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Kurt Busch is in a bad spot again, which is to say that the 2004 NASCAR Cup Series champion is anywhere other than in the No. 45 Toyota.

Busch is sitting out his second consecutive race this weekend with concussion-like symptoms following a crash during qualifying at Pocono Raceway. Ty Gibbs is subbing again and will keep the 23XI Racing car visible on behalf of sponsors, but he’s powerless to keep Busch in playoff contention.

Kurt Busch is in a precarious position in the NASCAR Cup Series

Kurt Busch waits on the grid during practice for the NASCAR Cup Series Ambetter 301 at New Hampshire Motor Speedway on July 16, 2022. | Tim Nwachukwu/Getty Images
Kurt Busch waits on the grid during practice for the NASCAR Cup Series Ambetter 301 at New Hampshire Motor Speedway on July 16, 2022. | Tim Nwachukwu/Getty Images

The safety measures in NASCAR are nothing to scoff at, which helps explain why there hasn’t been an on-track fatality since 2001. Only a minuscule number of crashes have sent drivers to hospitals for anything more than the once-over to confirm their injuries weren’t serious.

Unfortunately, Kurt Busch resides in the fraction of the 1% to have come out of a wreck with more than inconsequential injuries. The crash during qualifying at Pocono has disqualified him from racing, and NASCAR won’t let him back on the track until medical officials are sure he’s moved beyond the concussion-like symptoms.

The Indianapolis Motor Speedway road course race will be the second that Busch has missed. Nothing that happens Sunday can stop him from competing in the playoffs beginning Labor Day weekend at Darlington. But every week away moves him closer to the danger zone: He could eventually be cleared to race but find himself watching the playoffs.

Will Kurt Busch’s prolonged absence keep him out of the playoffs?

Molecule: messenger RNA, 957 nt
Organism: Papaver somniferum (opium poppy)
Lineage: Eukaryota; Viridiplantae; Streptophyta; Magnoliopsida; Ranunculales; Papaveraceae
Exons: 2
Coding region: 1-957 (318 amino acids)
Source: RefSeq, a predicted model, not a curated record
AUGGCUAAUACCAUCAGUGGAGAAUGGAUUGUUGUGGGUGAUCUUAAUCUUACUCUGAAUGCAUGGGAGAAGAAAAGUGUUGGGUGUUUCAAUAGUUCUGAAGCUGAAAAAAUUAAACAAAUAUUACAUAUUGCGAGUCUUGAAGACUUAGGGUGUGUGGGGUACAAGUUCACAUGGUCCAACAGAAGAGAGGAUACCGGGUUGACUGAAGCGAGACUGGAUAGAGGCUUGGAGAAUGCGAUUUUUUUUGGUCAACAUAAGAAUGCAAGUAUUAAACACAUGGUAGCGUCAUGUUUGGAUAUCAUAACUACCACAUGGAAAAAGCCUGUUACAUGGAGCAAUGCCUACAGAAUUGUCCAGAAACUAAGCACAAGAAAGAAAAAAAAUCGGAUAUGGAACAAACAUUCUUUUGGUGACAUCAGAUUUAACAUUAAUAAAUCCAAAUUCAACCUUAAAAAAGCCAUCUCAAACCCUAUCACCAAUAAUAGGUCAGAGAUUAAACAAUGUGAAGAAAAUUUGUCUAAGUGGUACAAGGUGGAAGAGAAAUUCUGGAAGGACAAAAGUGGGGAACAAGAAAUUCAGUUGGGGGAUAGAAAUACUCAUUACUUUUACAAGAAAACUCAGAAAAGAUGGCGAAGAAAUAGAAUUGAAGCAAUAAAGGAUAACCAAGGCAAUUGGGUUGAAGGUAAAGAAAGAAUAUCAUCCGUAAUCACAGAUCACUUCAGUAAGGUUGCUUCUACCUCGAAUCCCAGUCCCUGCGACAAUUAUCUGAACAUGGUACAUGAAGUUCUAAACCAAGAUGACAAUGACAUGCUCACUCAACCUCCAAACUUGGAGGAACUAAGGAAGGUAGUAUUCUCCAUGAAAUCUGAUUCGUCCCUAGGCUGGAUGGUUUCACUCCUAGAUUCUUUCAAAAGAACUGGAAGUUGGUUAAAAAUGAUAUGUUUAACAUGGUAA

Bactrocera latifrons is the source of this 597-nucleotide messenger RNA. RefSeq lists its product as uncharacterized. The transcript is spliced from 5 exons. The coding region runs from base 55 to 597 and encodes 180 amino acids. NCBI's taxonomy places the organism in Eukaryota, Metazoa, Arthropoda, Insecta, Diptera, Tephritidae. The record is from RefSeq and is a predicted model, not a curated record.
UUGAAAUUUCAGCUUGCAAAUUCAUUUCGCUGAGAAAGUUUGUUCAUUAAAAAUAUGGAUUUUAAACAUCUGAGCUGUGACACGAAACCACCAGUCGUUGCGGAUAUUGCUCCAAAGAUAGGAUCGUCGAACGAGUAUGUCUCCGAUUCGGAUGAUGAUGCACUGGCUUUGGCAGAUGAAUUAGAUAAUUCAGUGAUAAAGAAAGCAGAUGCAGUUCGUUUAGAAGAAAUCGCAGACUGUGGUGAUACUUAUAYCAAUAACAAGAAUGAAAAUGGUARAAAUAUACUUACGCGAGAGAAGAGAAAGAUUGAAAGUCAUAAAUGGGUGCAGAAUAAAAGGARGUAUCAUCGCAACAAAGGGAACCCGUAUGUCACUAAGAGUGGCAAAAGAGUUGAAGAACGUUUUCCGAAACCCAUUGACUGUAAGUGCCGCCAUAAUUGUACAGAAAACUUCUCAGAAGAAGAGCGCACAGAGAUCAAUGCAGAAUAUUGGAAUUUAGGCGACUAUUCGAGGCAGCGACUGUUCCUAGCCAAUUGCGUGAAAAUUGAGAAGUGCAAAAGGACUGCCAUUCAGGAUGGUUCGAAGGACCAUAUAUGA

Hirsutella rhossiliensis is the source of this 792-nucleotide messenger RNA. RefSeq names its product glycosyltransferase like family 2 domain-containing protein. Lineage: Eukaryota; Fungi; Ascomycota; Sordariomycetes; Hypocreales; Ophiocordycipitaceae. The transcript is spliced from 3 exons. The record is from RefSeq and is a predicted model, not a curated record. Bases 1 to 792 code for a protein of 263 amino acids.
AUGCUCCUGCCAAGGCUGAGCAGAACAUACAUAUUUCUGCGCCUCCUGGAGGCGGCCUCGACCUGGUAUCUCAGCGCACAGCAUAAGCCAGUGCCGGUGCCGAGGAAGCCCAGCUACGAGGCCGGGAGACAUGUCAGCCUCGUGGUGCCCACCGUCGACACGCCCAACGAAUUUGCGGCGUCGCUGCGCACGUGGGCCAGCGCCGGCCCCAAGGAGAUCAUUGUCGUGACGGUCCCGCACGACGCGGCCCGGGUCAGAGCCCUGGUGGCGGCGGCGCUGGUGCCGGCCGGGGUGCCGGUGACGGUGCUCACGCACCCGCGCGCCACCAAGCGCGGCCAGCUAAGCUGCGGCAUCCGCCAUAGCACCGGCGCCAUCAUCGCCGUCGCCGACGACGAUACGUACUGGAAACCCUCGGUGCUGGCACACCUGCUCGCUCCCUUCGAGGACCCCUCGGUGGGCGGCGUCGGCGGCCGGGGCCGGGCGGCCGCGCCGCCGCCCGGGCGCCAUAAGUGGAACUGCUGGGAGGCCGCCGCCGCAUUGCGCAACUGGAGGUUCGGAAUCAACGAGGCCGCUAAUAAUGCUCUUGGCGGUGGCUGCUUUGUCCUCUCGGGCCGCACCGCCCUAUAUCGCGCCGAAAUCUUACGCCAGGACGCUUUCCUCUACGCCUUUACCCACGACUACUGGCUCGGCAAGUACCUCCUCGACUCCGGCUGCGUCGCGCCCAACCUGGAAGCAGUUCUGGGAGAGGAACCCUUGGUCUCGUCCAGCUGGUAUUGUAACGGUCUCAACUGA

Under ordinary circumstances, a NASCAR Cup Series driver is ineligible for the playoffs unless he attempts to compete in each of the 26 regular-season races. Kurt Busch has no worries there because NASCAR has granted him an exemption.

The second hurdle for someone in Busch’s position –a driver with one victory to his credit – is to finish in the top 30 in points in order to maintain playoff eligibility. Busch stands 17th and is 238 points ahead of No. 31 Corey LaJoie, so that’s not a consideration either.

The actual worry is that there have already been 14 winners. If we get three new winners over the final five races, then there will be more winners than available playoff positions. The single-race winner with the fewest points becomes the odd man out, and that could be Busch.

Busch is already at the tail end of that points list, two points behind Chase Biscoe and 10 back of Austin Cindric. Meanwhile, there are four winless drivers ahead of him who are capable of winning races.

Ty Gibbs is eligible to earn owner points for Joe Gibbs Racing but not driver points for Busch. So, yes, Busch risks missing the playoffs even if NASCAR clears him to race again before Darlington.

Chase Briscoe doesn’t want to see it play out like this

Kurt Busch is the low man among single-race winners because Chase Briscoe no longer is. Briscoe finished 15th at Pocono to score 22 points, which moved him past Busch in the standings. He’s two points ahead now and will pad the advantage Sunday at Indianapolis Motor Speedway even though road courses have not been kind to him.

Briscoe wants to make the playoffs in his second Cup Series season with Stewart-Haas Racing, but not like this.

“Unfortunately, because of Kurt, it definitely makes it a little bit better for us,” Briscoe told The Oakland Press. “I don’t want to be in that situation because Kurt has run better than us.

“He deserves it if it comes down to it to be in. But I think, for us, it’s getting a little easier if we can get through these next couple weeks.”

It’s the new factor on Briscoe’s mind. SHR teammates Aric Almirola and Kevin Harvick are ahead of him in points but winless. If not for Busch’s tenuous position, Briscoe would really be sweating over the prospect of potentially being nudged out by a teammate.

“I just hope Kurt gets back to the race track,” Briscoe said. “Obviously, we miss him.”

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